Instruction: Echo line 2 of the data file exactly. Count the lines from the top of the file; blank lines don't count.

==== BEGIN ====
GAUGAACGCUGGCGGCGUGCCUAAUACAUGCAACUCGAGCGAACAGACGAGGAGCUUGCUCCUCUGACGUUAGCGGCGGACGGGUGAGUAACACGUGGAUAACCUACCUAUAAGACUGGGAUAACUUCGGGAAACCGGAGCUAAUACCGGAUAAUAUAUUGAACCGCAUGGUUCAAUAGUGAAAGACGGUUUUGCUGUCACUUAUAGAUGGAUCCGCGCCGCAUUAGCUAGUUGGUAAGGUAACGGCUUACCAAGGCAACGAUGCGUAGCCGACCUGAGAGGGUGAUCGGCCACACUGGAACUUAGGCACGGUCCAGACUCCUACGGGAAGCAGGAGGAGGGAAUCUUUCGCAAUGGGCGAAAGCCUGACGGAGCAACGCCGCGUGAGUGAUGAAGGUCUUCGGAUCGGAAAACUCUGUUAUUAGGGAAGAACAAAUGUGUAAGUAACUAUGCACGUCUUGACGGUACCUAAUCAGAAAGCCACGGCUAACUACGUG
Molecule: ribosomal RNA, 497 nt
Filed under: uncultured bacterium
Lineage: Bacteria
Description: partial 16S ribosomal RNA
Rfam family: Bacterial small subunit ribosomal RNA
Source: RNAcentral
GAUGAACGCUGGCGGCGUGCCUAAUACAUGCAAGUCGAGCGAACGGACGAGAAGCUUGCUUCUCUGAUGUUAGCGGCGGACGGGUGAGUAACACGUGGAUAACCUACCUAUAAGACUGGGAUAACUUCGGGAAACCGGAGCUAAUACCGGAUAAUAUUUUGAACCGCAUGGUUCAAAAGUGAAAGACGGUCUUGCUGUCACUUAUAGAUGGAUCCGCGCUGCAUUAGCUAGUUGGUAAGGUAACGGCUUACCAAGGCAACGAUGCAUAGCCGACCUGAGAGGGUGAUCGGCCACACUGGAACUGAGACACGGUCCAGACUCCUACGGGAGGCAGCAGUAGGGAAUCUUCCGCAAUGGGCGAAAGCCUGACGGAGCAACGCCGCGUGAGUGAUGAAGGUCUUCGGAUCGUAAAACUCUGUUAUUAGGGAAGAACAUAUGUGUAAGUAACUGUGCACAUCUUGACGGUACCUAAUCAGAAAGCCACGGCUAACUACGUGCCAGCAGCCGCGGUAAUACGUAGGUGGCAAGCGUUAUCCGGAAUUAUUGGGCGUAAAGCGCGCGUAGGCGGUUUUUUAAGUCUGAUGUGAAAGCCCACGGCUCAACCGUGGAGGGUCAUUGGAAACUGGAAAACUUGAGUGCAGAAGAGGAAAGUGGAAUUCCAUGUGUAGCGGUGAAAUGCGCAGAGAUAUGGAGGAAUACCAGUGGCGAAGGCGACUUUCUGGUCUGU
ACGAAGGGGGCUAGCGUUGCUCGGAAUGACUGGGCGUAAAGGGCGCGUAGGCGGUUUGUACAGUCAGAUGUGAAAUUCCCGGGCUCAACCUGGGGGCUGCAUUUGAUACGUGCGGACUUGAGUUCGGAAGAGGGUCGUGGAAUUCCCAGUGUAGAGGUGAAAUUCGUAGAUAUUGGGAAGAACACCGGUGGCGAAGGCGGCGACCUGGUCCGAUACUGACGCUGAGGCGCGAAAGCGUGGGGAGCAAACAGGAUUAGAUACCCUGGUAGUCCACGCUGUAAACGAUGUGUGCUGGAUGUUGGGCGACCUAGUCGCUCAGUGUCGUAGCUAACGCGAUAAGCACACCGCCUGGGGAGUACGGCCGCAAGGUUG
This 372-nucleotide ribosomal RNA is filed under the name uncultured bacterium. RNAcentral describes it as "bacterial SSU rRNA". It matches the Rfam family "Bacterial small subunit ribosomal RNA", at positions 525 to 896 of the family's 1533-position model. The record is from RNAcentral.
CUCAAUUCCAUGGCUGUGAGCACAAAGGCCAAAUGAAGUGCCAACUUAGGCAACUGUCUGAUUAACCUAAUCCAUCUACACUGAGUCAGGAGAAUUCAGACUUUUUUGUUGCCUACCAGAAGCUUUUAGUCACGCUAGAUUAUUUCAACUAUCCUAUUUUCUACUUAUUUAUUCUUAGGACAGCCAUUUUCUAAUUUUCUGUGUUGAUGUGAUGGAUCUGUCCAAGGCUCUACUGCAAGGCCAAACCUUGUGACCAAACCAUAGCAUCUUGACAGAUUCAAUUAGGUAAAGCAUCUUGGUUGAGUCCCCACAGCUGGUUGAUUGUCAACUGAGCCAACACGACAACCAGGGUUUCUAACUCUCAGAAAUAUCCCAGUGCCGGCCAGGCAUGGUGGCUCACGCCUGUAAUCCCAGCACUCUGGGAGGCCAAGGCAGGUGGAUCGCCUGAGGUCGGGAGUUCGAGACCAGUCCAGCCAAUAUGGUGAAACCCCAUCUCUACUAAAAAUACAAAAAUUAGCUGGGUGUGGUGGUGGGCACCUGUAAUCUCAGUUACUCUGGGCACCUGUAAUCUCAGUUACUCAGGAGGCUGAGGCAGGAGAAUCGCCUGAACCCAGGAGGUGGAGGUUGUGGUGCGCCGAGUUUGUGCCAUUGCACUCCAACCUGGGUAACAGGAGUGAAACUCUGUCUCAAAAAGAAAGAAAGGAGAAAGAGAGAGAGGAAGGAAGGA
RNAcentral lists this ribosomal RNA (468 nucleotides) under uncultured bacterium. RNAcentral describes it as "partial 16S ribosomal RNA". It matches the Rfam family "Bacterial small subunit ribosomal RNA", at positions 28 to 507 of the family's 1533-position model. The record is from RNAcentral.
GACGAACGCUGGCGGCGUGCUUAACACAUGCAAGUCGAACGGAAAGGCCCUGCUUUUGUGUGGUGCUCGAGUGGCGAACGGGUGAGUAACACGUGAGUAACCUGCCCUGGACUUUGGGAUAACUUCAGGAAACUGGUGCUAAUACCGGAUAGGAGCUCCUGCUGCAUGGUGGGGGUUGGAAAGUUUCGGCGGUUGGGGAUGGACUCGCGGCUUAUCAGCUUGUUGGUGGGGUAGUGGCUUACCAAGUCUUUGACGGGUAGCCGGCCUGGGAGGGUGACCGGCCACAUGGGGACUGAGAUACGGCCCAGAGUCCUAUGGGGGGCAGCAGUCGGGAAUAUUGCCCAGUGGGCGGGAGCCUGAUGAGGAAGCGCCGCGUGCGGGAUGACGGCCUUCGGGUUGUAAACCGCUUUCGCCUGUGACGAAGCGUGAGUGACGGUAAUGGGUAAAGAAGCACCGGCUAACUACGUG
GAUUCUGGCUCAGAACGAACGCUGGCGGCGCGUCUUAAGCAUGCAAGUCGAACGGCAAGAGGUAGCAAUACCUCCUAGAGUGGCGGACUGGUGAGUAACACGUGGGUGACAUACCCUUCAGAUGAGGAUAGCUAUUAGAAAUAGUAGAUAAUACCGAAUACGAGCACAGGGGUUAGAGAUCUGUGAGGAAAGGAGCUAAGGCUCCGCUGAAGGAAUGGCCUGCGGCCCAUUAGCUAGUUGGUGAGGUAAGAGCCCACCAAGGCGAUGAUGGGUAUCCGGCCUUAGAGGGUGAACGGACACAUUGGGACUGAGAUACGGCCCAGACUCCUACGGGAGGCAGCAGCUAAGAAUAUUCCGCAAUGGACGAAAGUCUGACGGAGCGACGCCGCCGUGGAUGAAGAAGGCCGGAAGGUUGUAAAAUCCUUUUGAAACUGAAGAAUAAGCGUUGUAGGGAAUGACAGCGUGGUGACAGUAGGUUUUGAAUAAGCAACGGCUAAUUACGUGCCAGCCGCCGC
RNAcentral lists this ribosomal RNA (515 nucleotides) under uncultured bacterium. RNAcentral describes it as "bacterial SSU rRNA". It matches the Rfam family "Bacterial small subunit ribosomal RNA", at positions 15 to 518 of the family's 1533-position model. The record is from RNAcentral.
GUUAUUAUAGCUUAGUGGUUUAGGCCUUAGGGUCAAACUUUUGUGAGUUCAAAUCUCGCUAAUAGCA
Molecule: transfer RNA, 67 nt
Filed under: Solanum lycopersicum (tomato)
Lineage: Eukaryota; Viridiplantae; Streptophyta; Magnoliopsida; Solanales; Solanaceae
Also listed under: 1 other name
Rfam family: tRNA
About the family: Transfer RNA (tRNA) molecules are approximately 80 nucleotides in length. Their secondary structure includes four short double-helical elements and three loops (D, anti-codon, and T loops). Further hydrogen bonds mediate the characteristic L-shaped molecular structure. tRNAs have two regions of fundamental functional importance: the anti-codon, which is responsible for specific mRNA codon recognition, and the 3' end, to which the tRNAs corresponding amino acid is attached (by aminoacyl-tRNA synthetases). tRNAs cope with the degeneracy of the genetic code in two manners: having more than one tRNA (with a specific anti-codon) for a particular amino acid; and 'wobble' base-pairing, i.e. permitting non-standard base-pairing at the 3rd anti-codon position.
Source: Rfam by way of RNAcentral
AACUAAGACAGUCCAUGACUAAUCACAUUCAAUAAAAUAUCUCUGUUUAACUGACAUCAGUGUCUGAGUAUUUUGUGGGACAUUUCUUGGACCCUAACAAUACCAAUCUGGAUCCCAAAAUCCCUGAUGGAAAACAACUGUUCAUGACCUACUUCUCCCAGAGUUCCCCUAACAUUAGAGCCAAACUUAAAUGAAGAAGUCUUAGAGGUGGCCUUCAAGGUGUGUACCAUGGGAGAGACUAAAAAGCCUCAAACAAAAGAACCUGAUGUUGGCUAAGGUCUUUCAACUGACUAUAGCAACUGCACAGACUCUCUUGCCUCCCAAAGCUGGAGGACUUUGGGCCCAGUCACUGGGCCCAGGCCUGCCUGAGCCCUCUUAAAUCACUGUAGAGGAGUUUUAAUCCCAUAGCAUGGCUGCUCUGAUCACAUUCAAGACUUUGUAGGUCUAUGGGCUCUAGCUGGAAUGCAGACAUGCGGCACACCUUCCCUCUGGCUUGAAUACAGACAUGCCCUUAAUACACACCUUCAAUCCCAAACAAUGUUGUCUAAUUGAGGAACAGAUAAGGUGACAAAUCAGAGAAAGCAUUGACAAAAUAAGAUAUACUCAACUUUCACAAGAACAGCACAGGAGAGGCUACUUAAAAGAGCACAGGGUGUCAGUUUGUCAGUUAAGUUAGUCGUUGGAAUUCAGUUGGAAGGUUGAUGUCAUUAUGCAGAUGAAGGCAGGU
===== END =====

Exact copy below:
Molecule: ribosomal RNA, 497 nt